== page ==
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« Reply #2 on: April 15, 2003, 05:09:47 PM »

Most CW ops will repeat the whole word (rather than just a single character) after making a mistake.  As one who started out with a straight key and progressed through "bugs" and several generations of keyers, I must say I've never mastered the dual lever paddle.  I use mine (an old Brown Brothers model) with back and forth motion as if it were a single lever paddle.  I use a mouse pad to help keep the paddle planted in place on the desk.

73 de Chuck  NI0C
 
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KC0ODY
Member

Posts: 78




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« Reply #3 on: April 15, 2003, 06:13:02 PM »

I hope to see some improvement once I get the new Bencher straight key. Besides the problem with too-sensitive paddles on the iambic, I have a less-than-awesome command of right and left. Same thing with east and west! My innate directional problems aside, thanks for your help guys. Maybe I will work you both on CW one of these days (more likely, evenings) soon.

Very 73,

Jackie
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W5HTW
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« Reply #4 on: April 15, 2003, 08:59:32 PM »

As with the English (and probably others as well) language, deterioration of procedure/spelling/use has been noticeable, and that applies to Morse.  It is more noticeable now that Morse is purely a 'hobby' and is no longer a mainstay of military communications, where precision and discipline were required.  So ...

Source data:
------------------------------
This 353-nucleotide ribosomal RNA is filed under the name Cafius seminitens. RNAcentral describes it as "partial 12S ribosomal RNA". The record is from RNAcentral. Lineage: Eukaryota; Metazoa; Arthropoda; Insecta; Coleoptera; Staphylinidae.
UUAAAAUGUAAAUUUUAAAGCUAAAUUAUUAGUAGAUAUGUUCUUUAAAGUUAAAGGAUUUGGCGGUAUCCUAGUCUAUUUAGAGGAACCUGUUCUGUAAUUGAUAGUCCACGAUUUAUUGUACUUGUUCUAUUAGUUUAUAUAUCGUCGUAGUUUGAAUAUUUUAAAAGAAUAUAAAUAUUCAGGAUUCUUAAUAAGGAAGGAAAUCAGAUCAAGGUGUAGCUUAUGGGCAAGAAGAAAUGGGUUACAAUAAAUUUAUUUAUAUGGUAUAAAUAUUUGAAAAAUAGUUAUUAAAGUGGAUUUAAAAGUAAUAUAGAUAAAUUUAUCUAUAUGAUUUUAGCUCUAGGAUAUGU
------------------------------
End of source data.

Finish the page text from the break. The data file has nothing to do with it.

The "approved" procedure would be to, upon sending an erroneous character, stop, send 8 E's, then start again with the 'last correct word sent.'   In other words if you sent:  My name and QTH are OK in this yeahs callbook,' you would stop, after the "h" in "yeahs" (when you realized the error!) and send the 8 E's and then start back with the word "this."  

However, as pointed out, the common ham procedure now is to send a couple of "I" characters, pause, then resend the word in which the error occurred.  This is a much shorter and less formal procedure, and appears to be pretty much universally understood.  In sending formal traffic, though, you would want to revert to the formal procedure, for traffic requires more discipline in operations to be understood.  

It is becoming VERY common on the ham bands now to hear the number '6' sent as five dits and one dah.  You are not the only one having trouble with the number of dits in characters.  For one thing there seems to be the idea that "close enough" is "good enough," (just as in English!!)  For another, a lot of people are taking up keyers they have not learned to handle but they think they have.  You are fortunate in that you recognize your difficulties and you choose to make corrections.  So many do not, but prefer to just let 6 be dahdidididididit.